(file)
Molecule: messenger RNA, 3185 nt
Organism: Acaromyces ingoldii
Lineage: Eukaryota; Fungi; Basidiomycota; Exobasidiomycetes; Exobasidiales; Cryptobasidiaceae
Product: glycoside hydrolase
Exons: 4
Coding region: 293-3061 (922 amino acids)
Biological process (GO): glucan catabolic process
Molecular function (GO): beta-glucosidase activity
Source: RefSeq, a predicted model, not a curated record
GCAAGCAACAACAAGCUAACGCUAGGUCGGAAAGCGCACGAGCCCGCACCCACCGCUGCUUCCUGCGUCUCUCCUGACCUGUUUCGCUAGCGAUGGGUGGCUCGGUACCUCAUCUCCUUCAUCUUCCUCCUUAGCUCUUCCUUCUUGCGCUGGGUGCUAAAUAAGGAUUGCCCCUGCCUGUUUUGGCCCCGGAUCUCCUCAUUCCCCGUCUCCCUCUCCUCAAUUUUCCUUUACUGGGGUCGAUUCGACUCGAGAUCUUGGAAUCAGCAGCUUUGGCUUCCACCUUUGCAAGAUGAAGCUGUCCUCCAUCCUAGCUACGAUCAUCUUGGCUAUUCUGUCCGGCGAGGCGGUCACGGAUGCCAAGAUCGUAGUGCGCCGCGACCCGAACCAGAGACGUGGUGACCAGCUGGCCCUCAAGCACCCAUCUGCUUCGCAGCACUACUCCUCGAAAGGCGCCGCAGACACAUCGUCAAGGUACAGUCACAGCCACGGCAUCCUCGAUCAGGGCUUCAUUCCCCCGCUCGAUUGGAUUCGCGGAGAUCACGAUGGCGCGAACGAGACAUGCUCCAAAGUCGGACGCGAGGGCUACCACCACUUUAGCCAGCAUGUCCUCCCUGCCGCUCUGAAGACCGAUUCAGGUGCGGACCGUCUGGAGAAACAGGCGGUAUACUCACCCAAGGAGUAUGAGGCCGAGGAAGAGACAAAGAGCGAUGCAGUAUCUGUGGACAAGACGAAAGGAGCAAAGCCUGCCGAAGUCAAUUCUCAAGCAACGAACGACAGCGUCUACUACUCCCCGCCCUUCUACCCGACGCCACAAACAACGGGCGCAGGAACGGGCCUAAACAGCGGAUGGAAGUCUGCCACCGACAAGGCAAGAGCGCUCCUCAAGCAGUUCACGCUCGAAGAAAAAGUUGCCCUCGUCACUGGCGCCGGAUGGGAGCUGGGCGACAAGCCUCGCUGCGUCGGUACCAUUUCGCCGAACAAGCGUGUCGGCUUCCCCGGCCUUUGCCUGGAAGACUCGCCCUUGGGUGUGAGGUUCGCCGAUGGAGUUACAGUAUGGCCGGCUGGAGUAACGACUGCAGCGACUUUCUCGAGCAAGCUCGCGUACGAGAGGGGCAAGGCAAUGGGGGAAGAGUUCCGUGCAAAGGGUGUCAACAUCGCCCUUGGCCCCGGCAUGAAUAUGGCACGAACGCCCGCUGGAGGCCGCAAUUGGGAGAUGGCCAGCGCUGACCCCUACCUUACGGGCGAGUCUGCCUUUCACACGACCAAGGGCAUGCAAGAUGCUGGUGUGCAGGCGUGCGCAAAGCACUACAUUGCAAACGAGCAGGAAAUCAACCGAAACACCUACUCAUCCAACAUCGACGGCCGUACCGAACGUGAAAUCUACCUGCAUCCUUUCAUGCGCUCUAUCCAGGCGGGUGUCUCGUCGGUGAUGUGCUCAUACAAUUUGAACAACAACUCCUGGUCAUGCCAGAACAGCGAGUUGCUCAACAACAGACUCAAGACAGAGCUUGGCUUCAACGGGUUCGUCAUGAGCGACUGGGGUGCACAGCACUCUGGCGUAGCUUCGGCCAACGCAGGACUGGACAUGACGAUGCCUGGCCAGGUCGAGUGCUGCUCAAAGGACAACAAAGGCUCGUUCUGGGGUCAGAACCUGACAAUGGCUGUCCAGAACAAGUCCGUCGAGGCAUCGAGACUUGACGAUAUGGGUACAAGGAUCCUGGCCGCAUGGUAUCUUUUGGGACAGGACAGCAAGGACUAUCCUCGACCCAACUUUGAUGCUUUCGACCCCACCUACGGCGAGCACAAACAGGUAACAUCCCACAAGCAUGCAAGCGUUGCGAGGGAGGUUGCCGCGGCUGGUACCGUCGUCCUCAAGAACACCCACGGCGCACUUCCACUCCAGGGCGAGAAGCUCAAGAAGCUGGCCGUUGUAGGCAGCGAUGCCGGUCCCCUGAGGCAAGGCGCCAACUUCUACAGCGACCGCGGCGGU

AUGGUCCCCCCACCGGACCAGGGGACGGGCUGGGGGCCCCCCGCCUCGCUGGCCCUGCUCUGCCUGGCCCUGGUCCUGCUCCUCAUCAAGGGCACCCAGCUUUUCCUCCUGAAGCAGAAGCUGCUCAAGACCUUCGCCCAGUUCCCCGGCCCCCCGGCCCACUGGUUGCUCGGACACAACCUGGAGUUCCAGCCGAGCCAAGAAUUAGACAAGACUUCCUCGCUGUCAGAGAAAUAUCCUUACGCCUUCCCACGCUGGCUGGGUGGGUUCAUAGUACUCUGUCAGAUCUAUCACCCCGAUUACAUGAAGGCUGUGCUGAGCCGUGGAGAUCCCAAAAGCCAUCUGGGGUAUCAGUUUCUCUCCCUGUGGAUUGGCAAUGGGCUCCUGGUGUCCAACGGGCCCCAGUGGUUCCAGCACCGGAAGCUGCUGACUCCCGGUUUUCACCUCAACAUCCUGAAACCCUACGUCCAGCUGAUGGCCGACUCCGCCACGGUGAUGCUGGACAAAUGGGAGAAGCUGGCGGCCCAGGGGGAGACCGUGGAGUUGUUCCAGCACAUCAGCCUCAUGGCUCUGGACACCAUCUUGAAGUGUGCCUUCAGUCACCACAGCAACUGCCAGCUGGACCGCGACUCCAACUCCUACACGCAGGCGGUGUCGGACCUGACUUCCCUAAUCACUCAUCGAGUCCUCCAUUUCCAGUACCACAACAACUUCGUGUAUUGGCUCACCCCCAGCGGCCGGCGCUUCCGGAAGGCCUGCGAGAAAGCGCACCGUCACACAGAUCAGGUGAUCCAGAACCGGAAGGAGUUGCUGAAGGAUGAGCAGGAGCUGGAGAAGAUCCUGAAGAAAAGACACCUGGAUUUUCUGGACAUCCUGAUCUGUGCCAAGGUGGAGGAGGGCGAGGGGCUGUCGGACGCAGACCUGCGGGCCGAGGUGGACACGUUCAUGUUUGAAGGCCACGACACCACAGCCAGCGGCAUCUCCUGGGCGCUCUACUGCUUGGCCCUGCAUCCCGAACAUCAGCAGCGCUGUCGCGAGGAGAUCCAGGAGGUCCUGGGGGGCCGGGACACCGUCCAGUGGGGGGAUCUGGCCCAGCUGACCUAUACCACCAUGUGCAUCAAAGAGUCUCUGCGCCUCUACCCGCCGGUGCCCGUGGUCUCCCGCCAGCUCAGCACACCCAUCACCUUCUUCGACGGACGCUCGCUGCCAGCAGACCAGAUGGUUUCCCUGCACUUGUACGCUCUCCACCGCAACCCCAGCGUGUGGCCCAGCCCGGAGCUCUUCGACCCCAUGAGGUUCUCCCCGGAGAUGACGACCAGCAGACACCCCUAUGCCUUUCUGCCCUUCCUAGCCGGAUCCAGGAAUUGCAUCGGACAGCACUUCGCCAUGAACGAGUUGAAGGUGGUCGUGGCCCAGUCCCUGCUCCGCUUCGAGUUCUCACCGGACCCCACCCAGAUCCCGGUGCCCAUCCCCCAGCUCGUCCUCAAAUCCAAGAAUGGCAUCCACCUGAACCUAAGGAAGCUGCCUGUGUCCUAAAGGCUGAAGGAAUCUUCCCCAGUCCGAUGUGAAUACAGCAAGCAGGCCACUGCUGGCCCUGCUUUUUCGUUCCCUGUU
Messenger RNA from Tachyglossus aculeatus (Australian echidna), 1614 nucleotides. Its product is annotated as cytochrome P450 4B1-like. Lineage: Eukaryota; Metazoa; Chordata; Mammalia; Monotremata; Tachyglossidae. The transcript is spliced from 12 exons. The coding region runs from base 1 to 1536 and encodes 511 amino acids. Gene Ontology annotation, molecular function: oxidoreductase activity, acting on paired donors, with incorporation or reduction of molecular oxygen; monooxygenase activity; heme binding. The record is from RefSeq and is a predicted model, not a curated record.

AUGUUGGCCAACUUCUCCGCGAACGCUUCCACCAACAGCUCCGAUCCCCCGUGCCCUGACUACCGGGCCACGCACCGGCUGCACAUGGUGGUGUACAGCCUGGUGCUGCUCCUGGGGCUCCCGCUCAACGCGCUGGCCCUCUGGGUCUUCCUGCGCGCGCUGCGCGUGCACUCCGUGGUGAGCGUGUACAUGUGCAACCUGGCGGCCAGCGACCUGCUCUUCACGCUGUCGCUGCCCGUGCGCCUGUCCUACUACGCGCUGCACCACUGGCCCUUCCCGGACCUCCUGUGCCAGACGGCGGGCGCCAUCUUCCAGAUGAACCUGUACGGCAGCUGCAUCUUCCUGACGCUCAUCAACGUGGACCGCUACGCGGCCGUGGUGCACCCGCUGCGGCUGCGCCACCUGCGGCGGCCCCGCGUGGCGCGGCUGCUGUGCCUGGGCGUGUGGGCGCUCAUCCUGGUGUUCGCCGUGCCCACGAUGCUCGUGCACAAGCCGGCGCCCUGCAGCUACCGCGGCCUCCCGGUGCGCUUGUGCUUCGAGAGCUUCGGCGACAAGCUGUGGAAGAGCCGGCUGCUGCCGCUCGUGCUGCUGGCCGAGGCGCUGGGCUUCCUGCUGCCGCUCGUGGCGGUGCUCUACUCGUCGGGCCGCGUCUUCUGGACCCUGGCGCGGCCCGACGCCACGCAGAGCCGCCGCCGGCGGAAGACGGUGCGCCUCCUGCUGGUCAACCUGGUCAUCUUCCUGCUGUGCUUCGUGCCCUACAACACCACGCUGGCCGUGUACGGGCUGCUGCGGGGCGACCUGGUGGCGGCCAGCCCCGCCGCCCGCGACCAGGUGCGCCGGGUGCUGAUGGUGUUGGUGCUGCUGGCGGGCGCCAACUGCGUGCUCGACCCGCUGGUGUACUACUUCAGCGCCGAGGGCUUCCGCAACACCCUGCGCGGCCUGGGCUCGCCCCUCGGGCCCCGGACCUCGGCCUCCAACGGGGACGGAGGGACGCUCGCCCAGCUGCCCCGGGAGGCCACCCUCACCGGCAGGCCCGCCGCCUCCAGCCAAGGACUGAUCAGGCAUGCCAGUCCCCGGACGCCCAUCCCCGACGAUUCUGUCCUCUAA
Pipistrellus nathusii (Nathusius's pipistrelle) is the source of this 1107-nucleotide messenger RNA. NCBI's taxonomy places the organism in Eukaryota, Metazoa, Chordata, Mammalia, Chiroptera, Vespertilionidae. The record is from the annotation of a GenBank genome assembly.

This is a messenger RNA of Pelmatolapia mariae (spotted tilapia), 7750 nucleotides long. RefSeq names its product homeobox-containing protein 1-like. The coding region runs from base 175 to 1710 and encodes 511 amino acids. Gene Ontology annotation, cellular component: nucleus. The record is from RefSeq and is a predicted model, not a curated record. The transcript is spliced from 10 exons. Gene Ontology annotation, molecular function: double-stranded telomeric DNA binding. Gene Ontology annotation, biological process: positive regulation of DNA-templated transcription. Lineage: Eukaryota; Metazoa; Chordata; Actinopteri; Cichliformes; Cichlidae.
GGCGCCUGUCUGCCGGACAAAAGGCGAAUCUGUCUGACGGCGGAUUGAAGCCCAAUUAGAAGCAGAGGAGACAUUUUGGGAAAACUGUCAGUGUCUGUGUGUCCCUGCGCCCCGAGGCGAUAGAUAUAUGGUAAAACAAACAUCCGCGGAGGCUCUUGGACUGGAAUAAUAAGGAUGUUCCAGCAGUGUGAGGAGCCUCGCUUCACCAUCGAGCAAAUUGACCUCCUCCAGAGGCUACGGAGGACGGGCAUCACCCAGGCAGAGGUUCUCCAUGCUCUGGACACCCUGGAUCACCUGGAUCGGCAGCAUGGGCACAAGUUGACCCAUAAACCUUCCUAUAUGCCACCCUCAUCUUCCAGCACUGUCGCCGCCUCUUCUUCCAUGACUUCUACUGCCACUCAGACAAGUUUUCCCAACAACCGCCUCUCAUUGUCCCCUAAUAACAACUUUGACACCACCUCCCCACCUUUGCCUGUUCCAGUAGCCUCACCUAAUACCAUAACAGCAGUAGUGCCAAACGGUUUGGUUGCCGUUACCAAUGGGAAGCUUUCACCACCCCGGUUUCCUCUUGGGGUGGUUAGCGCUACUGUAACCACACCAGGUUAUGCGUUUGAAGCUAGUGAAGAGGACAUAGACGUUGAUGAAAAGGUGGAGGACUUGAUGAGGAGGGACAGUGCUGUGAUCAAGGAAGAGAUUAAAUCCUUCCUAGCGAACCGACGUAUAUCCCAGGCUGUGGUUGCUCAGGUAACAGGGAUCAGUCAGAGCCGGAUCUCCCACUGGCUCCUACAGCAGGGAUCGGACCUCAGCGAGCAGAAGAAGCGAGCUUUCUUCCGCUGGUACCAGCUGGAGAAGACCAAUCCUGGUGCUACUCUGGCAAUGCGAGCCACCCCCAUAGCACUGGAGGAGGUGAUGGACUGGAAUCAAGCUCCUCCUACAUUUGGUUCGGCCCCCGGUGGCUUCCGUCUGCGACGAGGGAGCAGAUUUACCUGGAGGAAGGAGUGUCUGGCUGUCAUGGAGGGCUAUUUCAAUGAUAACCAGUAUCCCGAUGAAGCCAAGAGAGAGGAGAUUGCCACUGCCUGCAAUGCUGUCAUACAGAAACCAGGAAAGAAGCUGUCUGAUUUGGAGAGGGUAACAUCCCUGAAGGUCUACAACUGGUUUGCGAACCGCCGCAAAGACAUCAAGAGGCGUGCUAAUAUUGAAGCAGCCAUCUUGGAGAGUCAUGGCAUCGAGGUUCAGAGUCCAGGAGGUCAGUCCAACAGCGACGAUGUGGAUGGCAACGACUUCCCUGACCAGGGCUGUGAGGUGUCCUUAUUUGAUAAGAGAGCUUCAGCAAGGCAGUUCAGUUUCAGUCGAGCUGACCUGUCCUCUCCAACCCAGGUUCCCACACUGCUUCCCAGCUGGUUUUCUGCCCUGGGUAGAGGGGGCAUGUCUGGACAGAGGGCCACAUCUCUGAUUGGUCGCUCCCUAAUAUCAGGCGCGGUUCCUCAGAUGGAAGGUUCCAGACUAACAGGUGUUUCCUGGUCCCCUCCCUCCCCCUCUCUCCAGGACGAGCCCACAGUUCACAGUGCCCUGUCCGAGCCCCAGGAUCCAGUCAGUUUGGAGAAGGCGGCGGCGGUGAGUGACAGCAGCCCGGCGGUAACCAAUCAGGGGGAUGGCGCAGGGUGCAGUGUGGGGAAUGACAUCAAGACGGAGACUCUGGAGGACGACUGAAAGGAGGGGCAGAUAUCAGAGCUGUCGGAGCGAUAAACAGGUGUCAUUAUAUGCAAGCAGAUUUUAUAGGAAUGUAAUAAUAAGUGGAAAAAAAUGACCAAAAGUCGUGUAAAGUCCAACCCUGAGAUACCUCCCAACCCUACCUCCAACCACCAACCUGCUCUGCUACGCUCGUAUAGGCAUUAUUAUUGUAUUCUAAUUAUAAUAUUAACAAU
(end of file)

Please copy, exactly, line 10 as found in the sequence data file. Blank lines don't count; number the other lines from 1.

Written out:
GCAAGCAACAACAAGCUAACGCUAGGUCGGAAAGCGCACGAGCCCGCACCCACCGCUGCUUCCUGCGUCUCUCCUGACCUGUUUCGCUAGCGAUGGGUGGCUCGGUACCUCAUCUCCUUCAUCUUCCUCCUUAGCUCUUCCUUCUUGCGCUGGGUGCUAAAUAAGGAUUGCCCCUGCCUGUUUUGGCCCCGGAUCUCCUCAUUCCCCGUCUCCCUCUCCUCAAUUUUCCUUUACUGGGGUCGAUUCGACUCGAGAUCUUGGAAUCAGCAGCUUUGGCUUCCACCUUUGCAAGAUGAAGCUGUCCUCCAUCCUAGCUACGAUCAUCUUGGCUAUUCUGUCCGGCGAGGCGGUCACGGAUGCCAAGAUCGUAGUGCGCCGCGACCCGAACCAGAGACGUGGUGACCAGCUGGCCCUCAAGCACCCAUCUGCUUCGCAGCACUACUCCUCGAAAGGCGCCGCAGACACAUCGUCAAGGUACAGUCACAGCCACGGCAUCCUCGAUCAGGGCUUCAUUCCCCCGCUCGAUUGGAUUCGCGGAGAUCACGAUGGCGCGAACGAGACAUGCUCCAAAGUCGGACGCGAGGGCUACCACCACUUUAGCCAGCAUGUCCUCCCUGCCGCUCUGAAGACCGAUUCAGGUGCGGACCGUCUGGAGAAACAGGCGGUAUACUCACCCAAGGAGUAUGAGGCCGAGGAAGAGACAAAGAGCGAUGCAGUAUCUGUGGACAAGACGAAAGGAGCAAAGCCUGCCGAAGUCAAUUCUCAAGCAACGAACGACAGCGUCUACUACUCCCCGCCCUUCUACCCGACGCCACAAACAACGGGCGCAGGAACGGGCCUAAACAGCGGAUGGAAGUCUGCCACCGACAAGGCAAGAGCGCUCCUCAAGCAGUUCACGCUCGAAGAAAAAGUUGCCCUCGUCACUGGCGCCGGAUGGGAGCUGGGCGACAAGCCUCGCUGCGUCGGUACCAUUUCGCCGAACAAGCGUGUCGGCUUCCCCGGCCUUUGCCUGGAAGACUCGCCCUUGGGUGUGAGGUUCGCCGAUGGAGUUACAGUAUGGCCGGCUGGAGUAACGACUGCAGCGACUUUCUCGAGCAAGCUCGCGUACGAGAGGGGCAAGGCAAUGGGGGAAGAGUUCCGUGCAAAGGGUGUCAACAUCGCCCUUGGCCCCGGCAUGAAUAUGGCACGAACGCCCGCUGGAGGCCGCAAUUGGGAGAUGGCCAGCGCUGACCCCUACCUUACGGGCGAGUCUGCCUUUCACACGACCAAGGGCAUGCAAGAUGCUGGUGUGCAGGCGUGCGCAAAGCACUACAUUGCAAACGAGCAGGAAAUCAACCGAAACACCUACUCAUCCAACAUCGACGGCCGUACCGAACGUGAAAUCUACCUGCAUCCUUUCAUGCGCUCUAUCCAGGCGGGUGUCUCGUCGGUGAUGUGCUCAUACAAUUUGAACAACAACUCCUGGUCAUGCCAGAACAGCGAGUUGCUCAACAACAGACUCAAGACAGAGCUUGGCUUCAACGGGUUCGUCAUGAGCGACUGGGGUGCACAGCACUCUGGCGUAGCUUCGGCCAACGCAGGACUGGACAUGACGAUGCCUGGCCAGGUCGAGUGCUGCUCAAAGGACAACAAAGGCUCGUUCUGGGGUCAGAACCUGACAAUGGCUGUCCAGAACAAGUCCGUCGAGGCAUCGAGACUUGACGAUAUGGGUACAAGGAUCCUGGCCGCAUGGUAUCUUUUGGGACAGGACAGCAAGGACUAUCCUCGACCCAACUUUGAUGCUUUCGACCCCACCUACGGCGAGCACAAACAGGUAACAUCCCACAAGCAUGCAAGCGUUGCGAGGGAGGUUGCCGCGGCUGGUACCGUCGUCCUCAAGAACACCCACGGCGCACUUCCACUCCAGGGCGAGAAGCUCAAGAAGCUGGCCGUUGUAGGCAGCGAUGCCGGUCCCCUGAGGCAAGGCGCCAACUUCUACAGCGACCGCGGCGGU